For tracking things in a Google sheet, simpler seems to work best. So rather than reporting in on what exactly each person did, keep it simple. Varsity Ultimate has had a lot of success with simply asking their players whether they did or did not complete a workout that day. Tracking a yes/no is simple and doesn’t require much thought. Conditional formatting then tells each player whether they are on or off track related to how often they committed to training.
One common mistake is for team leadership t expect 100% compliance with a training plan. And being disappointed in anything less. While the desire is understandable, it is unrealistic. In teh current state of ultimate, some athletes will train 4-6 days/week, and some simply won’t. And I have found this to be true even of the highest level teams in our sport.
Seeking perfection is good. But measuring yourself against prior year’s compliance data over time will be more useful. If compliance starts decreasing, there could be a variety of reasons. is it due to recruiting players who don’t share the team’s desire for athletic excellence? Is the program hard to use? Or unclear? Do players need more education? Are they bored? It could be any number of reasons, but tracking compliance is the way you will know to ask the questions.
Obviously a training program does you no good if your players end up on the sideline when it matters. Injury rates are important, but will be difficult to interpret. You can have players get injured on good programming. And even on risky, high impact plyometric programming, players may not get injured. Or injuries can show up a few months after programming is complete. Injuries can be traced back to chronic movement pattern issues.
Still, injury rates can be worth tracking. An anomalous year may just be bad (or good) luck. But if you find you consistently have several ankle injuries per year, for example, you should at least ask yourself if there’s something more that could be done for injury prevention.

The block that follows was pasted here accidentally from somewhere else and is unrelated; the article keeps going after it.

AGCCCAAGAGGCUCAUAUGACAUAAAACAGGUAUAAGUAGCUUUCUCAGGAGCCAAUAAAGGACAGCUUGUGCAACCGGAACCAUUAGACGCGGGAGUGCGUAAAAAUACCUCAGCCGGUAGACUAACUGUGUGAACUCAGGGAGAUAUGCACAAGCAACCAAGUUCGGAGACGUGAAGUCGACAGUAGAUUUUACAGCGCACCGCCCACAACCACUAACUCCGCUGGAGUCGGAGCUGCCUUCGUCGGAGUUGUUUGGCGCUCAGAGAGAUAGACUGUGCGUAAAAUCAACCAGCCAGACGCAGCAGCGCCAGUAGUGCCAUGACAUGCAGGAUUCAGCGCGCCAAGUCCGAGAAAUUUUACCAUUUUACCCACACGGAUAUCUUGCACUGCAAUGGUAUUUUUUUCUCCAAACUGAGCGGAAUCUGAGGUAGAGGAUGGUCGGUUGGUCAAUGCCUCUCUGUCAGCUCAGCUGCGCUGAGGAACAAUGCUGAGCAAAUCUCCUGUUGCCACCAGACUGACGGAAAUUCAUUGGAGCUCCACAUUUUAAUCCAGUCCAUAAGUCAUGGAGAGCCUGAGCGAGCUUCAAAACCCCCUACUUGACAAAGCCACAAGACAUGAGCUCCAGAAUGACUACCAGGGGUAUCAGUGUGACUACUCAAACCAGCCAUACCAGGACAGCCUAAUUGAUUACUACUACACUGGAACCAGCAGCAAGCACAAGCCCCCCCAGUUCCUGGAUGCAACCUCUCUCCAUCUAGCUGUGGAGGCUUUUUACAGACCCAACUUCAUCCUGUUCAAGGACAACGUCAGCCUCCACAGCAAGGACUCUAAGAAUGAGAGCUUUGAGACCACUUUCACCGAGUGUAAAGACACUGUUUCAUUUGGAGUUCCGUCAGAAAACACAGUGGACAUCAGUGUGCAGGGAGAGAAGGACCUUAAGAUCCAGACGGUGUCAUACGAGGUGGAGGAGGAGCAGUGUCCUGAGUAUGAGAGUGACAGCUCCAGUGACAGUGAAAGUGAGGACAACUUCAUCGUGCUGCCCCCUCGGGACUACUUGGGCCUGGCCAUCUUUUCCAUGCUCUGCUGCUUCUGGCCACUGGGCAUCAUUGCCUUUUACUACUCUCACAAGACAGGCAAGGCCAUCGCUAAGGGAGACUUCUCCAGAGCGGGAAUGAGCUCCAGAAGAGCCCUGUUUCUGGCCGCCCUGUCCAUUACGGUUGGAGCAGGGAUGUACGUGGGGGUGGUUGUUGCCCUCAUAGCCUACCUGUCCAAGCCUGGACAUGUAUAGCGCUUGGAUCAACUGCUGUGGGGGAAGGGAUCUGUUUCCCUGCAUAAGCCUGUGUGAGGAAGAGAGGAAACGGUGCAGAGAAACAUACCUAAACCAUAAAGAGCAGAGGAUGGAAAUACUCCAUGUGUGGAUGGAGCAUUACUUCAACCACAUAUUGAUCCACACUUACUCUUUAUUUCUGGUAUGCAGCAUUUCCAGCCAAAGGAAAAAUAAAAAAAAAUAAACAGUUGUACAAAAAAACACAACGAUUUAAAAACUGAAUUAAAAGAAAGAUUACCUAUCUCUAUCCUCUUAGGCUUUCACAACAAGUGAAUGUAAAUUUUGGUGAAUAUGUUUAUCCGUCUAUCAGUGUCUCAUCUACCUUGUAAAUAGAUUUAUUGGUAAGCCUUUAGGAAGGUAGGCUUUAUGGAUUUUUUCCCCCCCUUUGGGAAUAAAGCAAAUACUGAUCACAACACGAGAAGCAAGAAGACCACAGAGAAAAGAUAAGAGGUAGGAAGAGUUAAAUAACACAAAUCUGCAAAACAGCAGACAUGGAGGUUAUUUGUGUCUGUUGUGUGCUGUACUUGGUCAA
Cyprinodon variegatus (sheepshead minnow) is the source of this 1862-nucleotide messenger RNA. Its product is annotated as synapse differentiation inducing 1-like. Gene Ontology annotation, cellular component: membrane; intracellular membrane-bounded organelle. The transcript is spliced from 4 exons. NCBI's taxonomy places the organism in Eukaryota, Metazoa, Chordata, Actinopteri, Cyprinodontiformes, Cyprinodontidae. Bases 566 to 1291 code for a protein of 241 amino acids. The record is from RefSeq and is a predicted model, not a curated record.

Tracking injuries can be just a simple spreadsheet where you report injuries of any players as they happen.
What to track:
- What was injured? (include which side of the body)
- What surface/where geographically did the injury occur?
- Is this an acute (sudden) injury or chronic type of injury? (ex twisted ankle is an acute injury. Stress fracture is a chronic use injury)
- Date and phase of the year (preseason, early season, late season)
Some measures of success might be more subjective.
- Did players enjoy the programming?
- Did they find the programming rewarding (a right balance of difficulty and results)
- Do players have a better understanding of training principles?
- Do players feel more confident in their athletic abilities?
- Are players likely to continue training in the next off season?
What you track can depend on the goals of your team. For a youth team, I would recommend goals centered more around education. Learning how to train for a long and healthy career should be a higher priority than athletic performance. For an established team of athletic competition focused players, subjective measures like enjoyment of the programming may be less important.
What are you Measuring?
What gets measured, gets managed. So put some thought into how you want to measure the success of your team’s fitness and athletic performance programming this season. Remember to start with your own coaching philosophy and your team’s goals. There is more than one way to define success, and therefore many ways to measure it!
Want additional help?
We’ve got years of experience working with teams on athletic performance, and we’d love to help you too! The Ultimate Athlete Project has been used by teams all over the world, from Malaysia to Kansas City.
If you’re looking to improve your team’s athleticism this year, schedule a consultation and we’ll talk about your options!